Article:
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How a Restrictive Covenant Can Be Anything But

Restrictive covenants can be a protective measure to prevent competing uses, or they can be a thorn in the side of someone attempting to develop land subject to one. These clauses, whether set forth in deeds or as separate covenants, place restrictions on the uses of the property. Further, unless they have a particular expiration date, they run with the land despite future transfers. Whatever the intended effect of a restrictive covenant, they tend to be viewed with higher levels of scrutiny by the courts, as restrictions on land in perpetuity run against public policy preferences that hold that land should be given as freely as possible. In other words, you must choose the words of a restrictive covenant very carefully, or the provision may not mean what you think, or have the effect you intend.

signingA recent Texas case is illustrative of this idea. In Moseley v. Arnold, the dispute between neighboring property owners centered on the enforceability of a restrictive covenant on the parcel that prohibited it from being developed into a truck stop. Thirty years prior, Moseley, one of the property owners in the dispute, sold one tract of land with a truck stop on it. The agreement for the sale included a restrictive covenant on Moseley’s remaining parcel that the land “may not be developed and used as a truck stop and fuel stop to protect the value and desirability of the 5-acre tract or parcel of land” that Moseley had sold and that already had a truck stop on it. The covenant was basically a protective measure to ensure the continued value of the truck stop free from close competition. A few years after the sale, the existing truck stop burned down and all remnants of the buildings and underground fuel tanks were removed, leaving that land to lie fallow and unimproved for the 24 years preceding the suit.  Moseley tried to sell his retained parcel only to have the deal fail when Arnold, the owner of the 5-acre tract, refused to release the covenant.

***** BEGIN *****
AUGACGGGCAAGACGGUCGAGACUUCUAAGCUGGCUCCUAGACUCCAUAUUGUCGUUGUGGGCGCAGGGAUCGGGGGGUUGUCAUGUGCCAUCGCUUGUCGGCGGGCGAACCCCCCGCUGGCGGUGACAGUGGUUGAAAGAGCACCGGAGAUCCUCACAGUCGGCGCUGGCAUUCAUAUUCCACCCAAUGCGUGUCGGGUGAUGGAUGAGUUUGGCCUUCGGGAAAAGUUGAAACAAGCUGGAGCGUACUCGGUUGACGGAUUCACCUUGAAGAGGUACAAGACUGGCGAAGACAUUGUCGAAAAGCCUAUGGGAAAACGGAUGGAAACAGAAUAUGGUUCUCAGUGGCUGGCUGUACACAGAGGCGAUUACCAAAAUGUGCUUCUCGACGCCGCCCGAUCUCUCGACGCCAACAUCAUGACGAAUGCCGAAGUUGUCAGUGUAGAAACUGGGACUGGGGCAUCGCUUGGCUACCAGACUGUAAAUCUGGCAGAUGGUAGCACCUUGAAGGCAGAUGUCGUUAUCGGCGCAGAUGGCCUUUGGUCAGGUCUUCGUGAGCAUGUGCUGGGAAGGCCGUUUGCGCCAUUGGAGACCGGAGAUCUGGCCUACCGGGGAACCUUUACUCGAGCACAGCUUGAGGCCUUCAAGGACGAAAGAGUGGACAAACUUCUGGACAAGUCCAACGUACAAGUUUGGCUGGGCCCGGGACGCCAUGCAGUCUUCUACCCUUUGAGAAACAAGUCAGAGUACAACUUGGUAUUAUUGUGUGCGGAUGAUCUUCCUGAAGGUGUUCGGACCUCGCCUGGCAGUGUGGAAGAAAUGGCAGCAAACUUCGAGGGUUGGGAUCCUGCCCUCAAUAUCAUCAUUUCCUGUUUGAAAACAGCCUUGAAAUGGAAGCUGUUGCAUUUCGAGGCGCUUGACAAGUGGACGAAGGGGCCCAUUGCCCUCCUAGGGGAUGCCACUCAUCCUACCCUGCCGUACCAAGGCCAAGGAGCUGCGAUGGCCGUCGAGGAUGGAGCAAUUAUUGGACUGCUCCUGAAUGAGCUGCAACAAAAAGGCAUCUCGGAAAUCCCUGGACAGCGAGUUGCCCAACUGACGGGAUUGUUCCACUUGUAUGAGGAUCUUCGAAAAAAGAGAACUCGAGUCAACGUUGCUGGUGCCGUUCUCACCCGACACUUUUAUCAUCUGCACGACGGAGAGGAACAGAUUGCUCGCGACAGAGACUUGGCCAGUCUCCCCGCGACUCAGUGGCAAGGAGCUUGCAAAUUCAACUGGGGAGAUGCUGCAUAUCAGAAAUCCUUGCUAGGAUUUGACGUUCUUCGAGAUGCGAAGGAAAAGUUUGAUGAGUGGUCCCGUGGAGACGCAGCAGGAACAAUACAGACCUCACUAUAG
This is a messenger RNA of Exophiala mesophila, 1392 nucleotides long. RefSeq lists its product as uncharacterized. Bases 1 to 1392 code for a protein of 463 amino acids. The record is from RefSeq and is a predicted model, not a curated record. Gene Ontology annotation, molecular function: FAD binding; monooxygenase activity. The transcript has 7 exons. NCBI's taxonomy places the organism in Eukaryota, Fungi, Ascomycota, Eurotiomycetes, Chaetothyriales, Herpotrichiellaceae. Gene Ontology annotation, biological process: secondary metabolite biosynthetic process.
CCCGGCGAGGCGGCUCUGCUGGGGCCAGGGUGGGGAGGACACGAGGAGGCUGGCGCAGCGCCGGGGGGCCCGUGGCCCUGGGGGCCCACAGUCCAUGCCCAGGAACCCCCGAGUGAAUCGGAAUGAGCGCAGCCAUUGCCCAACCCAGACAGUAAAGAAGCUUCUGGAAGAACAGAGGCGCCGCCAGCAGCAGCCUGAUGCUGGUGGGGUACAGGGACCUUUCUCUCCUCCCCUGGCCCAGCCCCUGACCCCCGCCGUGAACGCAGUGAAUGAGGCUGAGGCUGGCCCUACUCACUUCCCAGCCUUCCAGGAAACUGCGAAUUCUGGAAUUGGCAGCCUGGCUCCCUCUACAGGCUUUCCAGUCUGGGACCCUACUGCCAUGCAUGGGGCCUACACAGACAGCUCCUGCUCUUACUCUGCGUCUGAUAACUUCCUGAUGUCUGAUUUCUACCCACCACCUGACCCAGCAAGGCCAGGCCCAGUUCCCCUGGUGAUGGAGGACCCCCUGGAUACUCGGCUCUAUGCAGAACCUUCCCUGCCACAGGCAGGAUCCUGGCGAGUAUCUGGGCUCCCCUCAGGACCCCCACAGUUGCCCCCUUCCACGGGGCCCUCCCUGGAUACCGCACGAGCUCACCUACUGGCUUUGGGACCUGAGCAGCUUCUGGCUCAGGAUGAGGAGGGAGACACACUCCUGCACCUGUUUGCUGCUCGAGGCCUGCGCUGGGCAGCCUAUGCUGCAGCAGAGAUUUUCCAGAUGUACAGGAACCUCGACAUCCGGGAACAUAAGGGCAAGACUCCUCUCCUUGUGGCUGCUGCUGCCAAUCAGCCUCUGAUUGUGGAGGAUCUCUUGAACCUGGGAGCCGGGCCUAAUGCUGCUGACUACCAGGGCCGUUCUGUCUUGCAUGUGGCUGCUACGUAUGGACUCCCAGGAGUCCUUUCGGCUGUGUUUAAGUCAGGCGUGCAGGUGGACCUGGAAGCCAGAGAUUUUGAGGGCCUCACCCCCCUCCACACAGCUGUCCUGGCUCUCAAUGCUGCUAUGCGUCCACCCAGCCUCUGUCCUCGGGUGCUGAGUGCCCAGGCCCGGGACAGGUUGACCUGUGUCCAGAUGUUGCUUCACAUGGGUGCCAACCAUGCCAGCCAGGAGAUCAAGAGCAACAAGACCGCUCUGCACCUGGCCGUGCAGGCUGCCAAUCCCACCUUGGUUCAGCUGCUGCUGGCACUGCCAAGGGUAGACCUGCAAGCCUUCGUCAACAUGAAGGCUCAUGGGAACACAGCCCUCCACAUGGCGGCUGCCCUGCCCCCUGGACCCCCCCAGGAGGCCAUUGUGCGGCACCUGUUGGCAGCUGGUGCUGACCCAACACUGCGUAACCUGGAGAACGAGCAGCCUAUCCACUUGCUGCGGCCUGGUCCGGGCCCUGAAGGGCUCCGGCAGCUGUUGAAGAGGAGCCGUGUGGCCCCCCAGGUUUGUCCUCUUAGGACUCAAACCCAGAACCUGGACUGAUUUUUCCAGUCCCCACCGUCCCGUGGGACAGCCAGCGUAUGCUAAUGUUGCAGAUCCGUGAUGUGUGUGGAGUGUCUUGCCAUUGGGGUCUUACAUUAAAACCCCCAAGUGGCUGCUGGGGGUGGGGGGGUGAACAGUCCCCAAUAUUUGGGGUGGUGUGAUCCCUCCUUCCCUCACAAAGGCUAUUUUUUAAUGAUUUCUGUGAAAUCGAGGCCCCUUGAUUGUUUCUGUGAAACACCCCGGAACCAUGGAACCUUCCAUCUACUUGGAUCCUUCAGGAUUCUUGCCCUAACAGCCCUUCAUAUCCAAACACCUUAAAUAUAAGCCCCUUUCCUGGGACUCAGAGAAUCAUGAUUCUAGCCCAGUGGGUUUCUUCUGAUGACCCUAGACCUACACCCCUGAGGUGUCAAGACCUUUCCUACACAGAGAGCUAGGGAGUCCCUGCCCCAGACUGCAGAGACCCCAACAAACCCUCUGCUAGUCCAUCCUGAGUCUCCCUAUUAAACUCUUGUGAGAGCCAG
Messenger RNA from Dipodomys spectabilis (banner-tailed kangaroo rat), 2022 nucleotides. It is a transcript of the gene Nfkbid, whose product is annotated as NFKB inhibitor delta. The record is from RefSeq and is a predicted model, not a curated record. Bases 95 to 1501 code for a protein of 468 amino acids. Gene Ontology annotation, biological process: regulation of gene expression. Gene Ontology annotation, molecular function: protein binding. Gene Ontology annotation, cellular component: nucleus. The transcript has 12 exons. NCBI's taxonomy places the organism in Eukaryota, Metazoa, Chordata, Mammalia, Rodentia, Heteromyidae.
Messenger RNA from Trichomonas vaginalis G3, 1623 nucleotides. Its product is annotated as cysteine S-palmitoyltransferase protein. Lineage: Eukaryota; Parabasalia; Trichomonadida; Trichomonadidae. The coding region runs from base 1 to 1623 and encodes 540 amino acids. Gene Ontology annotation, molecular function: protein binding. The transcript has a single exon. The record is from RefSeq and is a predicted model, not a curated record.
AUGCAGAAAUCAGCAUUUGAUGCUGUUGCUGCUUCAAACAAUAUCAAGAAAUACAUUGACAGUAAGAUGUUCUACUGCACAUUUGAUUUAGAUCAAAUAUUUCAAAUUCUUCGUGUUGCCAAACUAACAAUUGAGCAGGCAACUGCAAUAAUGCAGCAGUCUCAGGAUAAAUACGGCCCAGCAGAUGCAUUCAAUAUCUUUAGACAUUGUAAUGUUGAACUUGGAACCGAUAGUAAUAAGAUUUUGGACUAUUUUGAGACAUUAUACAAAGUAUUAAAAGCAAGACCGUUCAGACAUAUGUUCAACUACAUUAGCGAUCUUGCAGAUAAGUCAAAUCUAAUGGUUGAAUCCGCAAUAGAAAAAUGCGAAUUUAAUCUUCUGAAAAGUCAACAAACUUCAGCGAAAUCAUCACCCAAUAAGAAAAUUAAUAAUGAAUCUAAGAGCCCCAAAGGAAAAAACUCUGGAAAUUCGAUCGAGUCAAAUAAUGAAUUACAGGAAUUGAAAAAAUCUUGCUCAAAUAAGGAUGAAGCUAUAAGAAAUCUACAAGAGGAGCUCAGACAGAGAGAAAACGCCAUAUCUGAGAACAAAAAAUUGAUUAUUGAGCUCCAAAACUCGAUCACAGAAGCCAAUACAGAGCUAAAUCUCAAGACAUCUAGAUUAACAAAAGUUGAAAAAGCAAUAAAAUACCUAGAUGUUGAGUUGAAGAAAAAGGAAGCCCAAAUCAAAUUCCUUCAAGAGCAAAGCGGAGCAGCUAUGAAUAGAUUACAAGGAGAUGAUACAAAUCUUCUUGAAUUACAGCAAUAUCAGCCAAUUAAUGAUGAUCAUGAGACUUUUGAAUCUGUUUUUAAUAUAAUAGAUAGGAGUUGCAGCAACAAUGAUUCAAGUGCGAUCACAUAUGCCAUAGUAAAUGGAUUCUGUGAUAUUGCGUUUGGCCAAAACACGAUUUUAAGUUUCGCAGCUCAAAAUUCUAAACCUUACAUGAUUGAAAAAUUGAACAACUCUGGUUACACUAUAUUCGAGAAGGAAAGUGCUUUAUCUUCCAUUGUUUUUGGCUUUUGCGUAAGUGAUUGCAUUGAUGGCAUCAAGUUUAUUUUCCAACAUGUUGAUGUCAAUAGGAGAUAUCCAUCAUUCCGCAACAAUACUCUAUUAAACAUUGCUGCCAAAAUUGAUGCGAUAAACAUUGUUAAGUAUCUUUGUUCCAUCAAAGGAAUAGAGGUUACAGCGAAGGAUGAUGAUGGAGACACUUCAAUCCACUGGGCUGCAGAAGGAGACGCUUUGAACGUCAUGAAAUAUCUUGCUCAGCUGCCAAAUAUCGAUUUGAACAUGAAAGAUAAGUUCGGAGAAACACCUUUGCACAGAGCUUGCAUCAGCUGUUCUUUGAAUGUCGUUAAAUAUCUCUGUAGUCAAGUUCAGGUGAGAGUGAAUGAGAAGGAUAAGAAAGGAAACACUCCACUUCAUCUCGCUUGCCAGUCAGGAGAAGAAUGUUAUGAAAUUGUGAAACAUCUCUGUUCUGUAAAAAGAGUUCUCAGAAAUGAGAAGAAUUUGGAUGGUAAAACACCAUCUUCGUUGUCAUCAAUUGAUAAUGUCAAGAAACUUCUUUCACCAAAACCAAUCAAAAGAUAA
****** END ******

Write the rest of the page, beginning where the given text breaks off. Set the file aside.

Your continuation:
The question before the Texas Court of Appeals in this case was whether the phrasing of the language in the covenant was specific enough to be enforceable. The court ruled that the purpose of the restrictive covenant was too vague and didn’t speak to the original intent of the covenant, creating an issue of fact that must then go before a jury.

The key takeaway from this case is that vague language can render a restrictive covenant subject to interpretation at best, and unenforceable at worst. It’s a word of caution to those drafting and filing restrictive covenants to be precise in drafting the legal language forming the covenant. It’s also a potential silver lining to those having to contend with covenants that prove too restrictive when developing property. The devil really is in the details.

Brittany MacGregor Roethemeier is an associate attorney practicing in the Lexington office of McBrayer, McGinnis, Leslie & Kirkland, PLLC. She is a graduate of Transylvania University and the University of Kentucky College of Law. Mrs. Roethemeier’s practice focuses on real estate law, including title examination, title insurance, clearing title issues, deeds, settlement statements, preparation of loan documentation, contract negotiation and preparation, and lease negotiation and preparation. She may be reached at broethemeier@mmlk.com or at (859) 231-8780.  We take a team approach to deliver effective counsel to all our clients, so other attorneys in the firm may perform these services as well.

This article does not constitute legal advice.

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